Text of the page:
Medication errors can be damaging or even deadly. Nurses are expected to know how to administer medication and provide the proper dosage as prescribed by a doctor. Yet, the causes of medication errors in nursing practices are numerous.
How common are medication errors in nursing? One study indicated that the median error rate falls between 8% to 25% during medication administration. This occurs when a nurse makes a medical mistake that violates the applicable standard of care.
These forms of medical error can cause serious damage or even result in the loss of a loved one. When this happens, you deserve compensation. At McEldrew Purtell, our medical malpractice attorneys know that medication errors in nursing are both common and devastating. We are here to help you seek the financial compensation you deserve.
Causes of Common Medication Errors in Nursing
Why do medication errors occur in nursing? There are many reasons, but some of the most common include:
- Medication errors due to nursing shortage
- Lack of knowledge by the nursing staff
- Nurses giving drugs to the wrong patient
- Distracted nurses dealing with multiple patients
- Misreading a drug label and administering the wrong medication
- Incomplete patient information
- Systemic problems in the medical facility that fails to reduce the risk of medication errors
- Memory lapses by nursing staff
- Failure to account for patient allergies
- Lack of systematic reviews to reduce the occurrence of medication errors
- Exhausted and overworked nursing staff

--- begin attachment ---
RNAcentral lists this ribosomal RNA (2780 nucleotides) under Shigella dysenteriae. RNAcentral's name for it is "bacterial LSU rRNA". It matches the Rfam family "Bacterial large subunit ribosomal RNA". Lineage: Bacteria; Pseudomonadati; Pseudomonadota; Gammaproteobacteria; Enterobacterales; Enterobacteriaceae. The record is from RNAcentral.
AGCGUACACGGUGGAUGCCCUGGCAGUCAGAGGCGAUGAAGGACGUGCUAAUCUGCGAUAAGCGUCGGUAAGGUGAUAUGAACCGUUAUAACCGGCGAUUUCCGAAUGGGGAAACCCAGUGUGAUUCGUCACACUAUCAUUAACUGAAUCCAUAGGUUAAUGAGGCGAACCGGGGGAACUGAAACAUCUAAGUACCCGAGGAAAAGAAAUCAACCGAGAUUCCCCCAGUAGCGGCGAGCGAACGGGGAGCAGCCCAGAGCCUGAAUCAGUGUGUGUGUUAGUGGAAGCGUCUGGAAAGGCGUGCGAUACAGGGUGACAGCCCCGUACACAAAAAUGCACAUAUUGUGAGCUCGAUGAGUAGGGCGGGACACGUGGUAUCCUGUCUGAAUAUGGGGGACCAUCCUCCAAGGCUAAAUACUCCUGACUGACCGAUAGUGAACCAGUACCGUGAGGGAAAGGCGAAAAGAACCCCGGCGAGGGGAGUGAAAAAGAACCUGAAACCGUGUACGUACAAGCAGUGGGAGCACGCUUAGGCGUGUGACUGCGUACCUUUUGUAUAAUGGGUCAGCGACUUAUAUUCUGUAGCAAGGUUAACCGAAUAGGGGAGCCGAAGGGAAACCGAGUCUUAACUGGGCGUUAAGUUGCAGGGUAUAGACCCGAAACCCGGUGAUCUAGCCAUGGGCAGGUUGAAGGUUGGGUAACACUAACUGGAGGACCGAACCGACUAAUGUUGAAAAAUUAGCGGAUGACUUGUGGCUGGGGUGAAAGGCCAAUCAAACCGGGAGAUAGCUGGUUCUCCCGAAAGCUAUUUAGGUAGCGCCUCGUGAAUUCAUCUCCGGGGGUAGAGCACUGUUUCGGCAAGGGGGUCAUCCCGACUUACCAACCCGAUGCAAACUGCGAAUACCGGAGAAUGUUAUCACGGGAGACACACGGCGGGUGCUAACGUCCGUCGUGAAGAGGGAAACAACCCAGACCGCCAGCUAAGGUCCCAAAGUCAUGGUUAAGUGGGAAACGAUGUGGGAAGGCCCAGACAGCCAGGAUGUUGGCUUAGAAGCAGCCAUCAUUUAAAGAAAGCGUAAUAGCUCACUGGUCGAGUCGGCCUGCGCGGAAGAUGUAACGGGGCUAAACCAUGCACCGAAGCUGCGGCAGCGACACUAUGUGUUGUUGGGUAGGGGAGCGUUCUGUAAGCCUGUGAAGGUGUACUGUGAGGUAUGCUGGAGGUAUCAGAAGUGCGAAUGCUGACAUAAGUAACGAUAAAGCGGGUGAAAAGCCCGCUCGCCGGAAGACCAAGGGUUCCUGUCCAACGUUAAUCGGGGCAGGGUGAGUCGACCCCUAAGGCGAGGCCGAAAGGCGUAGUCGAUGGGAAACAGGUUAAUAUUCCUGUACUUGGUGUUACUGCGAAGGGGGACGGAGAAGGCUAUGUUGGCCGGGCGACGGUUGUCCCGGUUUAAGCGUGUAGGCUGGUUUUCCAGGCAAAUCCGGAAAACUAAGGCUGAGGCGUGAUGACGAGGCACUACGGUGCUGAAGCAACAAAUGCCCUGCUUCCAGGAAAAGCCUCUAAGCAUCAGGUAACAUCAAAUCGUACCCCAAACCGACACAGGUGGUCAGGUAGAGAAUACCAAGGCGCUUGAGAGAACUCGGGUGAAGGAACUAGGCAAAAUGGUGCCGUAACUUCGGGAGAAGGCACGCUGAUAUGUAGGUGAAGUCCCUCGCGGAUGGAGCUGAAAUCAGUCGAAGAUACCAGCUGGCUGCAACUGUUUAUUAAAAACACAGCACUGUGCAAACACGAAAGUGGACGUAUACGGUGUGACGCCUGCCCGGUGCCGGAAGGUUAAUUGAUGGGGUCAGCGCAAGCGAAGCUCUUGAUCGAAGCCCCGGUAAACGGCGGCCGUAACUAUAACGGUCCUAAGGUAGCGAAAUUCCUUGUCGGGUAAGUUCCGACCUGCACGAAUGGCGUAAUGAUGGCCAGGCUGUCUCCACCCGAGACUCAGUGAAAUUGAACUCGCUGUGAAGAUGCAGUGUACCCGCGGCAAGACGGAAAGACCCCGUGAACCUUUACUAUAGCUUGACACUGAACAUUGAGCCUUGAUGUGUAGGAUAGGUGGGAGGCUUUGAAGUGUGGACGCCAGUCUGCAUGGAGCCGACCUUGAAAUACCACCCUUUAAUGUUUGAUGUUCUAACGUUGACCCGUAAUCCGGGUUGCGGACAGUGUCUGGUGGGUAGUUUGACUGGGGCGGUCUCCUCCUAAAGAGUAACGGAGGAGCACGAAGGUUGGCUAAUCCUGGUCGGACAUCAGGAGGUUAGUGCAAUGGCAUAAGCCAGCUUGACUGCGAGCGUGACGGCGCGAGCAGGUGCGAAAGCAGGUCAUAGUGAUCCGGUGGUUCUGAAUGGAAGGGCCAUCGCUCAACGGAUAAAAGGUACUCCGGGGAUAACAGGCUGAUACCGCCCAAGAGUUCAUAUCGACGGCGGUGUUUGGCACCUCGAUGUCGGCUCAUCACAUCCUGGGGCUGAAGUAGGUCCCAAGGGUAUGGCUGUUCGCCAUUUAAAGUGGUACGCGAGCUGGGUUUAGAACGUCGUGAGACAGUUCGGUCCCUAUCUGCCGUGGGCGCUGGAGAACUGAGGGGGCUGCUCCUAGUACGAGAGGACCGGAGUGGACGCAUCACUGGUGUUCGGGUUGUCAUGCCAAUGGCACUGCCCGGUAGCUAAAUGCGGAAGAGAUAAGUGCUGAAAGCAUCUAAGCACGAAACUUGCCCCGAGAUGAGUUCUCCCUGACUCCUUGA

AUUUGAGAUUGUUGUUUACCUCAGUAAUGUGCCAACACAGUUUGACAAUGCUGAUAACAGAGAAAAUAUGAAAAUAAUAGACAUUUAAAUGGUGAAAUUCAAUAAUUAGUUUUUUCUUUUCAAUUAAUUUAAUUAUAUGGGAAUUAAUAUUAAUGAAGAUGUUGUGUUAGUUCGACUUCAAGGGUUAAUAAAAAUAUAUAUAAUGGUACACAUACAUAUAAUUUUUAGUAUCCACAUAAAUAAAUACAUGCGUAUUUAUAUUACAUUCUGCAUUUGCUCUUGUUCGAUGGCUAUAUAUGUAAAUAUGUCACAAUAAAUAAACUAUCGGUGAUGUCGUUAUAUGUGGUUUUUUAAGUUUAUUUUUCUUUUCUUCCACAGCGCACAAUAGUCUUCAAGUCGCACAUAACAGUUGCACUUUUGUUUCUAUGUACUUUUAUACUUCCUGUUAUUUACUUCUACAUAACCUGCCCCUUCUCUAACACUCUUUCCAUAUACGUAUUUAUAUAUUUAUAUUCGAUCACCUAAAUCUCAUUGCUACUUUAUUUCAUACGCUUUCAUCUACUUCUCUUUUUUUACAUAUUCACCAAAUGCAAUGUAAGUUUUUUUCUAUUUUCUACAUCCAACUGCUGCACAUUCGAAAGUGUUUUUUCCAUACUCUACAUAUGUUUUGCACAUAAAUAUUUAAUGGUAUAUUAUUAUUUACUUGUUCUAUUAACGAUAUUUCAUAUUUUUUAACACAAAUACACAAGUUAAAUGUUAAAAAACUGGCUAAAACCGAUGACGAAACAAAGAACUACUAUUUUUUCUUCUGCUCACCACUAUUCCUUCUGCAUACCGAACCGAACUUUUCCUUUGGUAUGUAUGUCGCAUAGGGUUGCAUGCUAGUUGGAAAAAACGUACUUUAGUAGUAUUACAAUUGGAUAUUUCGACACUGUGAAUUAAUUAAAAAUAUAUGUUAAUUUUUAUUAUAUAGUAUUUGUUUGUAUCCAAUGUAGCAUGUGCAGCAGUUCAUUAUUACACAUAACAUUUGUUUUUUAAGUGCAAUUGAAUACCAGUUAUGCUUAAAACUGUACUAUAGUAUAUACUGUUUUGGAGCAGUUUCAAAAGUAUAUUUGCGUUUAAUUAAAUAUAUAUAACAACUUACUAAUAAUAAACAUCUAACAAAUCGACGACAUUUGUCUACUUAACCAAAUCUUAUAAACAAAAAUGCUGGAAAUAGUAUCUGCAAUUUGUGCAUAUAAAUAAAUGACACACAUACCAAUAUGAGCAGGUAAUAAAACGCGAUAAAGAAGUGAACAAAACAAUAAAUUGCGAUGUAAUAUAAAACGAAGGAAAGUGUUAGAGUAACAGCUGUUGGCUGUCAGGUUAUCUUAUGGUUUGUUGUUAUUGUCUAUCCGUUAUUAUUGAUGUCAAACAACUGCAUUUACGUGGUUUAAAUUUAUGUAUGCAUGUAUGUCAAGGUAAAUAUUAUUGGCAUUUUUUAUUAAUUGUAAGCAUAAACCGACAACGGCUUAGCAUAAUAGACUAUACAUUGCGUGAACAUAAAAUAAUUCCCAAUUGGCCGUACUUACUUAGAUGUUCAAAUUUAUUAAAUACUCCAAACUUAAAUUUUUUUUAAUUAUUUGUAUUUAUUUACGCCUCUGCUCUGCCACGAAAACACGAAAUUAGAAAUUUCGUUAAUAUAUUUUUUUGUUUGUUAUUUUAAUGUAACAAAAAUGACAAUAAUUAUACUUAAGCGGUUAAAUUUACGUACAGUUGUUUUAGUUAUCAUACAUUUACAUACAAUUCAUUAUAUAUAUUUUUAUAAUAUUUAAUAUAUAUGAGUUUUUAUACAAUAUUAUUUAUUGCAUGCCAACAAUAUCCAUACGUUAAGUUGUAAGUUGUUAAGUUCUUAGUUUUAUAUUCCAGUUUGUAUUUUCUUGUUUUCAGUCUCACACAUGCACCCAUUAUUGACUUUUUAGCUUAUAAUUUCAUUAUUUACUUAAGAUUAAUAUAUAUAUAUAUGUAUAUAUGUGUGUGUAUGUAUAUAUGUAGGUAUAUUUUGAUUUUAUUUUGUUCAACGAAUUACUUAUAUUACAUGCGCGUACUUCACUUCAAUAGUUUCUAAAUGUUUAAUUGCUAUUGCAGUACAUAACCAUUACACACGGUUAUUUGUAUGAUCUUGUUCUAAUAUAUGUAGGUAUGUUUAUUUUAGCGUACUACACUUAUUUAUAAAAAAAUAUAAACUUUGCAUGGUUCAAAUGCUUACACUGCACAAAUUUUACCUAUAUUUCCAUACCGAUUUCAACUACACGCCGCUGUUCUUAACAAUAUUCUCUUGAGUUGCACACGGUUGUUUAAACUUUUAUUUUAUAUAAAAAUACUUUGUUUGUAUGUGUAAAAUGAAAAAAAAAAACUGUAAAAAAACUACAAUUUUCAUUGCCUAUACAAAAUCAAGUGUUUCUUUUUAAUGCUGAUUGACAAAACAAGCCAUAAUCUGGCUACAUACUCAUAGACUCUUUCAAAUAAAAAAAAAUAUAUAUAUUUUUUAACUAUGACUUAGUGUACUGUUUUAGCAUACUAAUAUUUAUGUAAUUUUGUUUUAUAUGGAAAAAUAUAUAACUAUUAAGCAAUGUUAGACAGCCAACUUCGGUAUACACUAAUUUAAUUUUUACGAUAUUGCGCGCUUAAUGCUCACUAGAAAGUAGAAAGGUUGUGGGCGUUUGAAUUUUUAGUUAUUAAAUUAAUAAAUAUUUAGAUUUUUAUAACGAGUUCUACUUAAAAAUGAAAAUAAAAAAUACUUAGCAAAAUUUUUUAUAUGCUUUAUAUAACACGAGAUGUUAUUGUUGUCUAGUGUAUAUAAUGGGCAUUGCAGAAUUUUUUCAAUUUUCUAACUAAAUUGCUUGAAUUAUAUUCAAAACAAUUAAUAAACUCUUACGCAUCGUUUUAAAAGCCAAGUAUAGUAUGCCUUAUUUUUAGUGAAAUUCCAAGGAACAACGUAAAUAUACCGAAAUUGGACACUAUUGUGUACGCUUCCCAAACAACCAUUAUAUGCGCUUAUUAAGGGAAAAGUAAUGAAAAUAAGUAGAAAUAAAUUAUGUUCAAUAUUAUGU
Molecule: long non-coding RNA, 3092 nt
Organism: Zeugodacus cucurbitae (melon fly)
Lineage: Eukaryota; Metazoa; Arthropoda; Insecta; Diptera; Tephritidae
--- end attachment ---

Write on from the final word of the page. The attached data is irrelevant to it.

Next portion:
Any of these causes or countless others could be why a nursing medication error harmed you. You may be owed significant compensation for what you have been through.
The 5 Most Common Types of Medication Errors in Nursing
While nearly any type of medication error could occur, the following are some of the most common in the nursing profession:
Giving the wrong dose to a patient is one of the most common errors by nurses. A doctor considers a lot of information and training when prescribing a specific dose, and the nurse must prescribe the right amount of the drug. A common saying is "the dose makes the poison." This simple quote means that the wrong dose of the right medication can have disastrous or even deadly consequences for the patient.
Nurses should be trained to read doctor instructions and double-check for potential errors. They should also ensure they give an appropriate medication dose when administering them to patients.
When a nurse gives the wrong medication to a patient, severe damage can result. However, medication is meant to alleviate or eradicate a medical concern, and failure to get that medication could significantly injure the patient.
Prescribing the wrong medication may also cause harm. Adverse drug events from incorrect medications can include allergic reactions, cardiovascular issues, strokes, and even death.
The wrong medication is one of the most common examples of medication errors in nursing, often because the nurse is tired or simply not paying attention. This type of medical malpractice could make the nurse and healthcare provider responsible for your harm.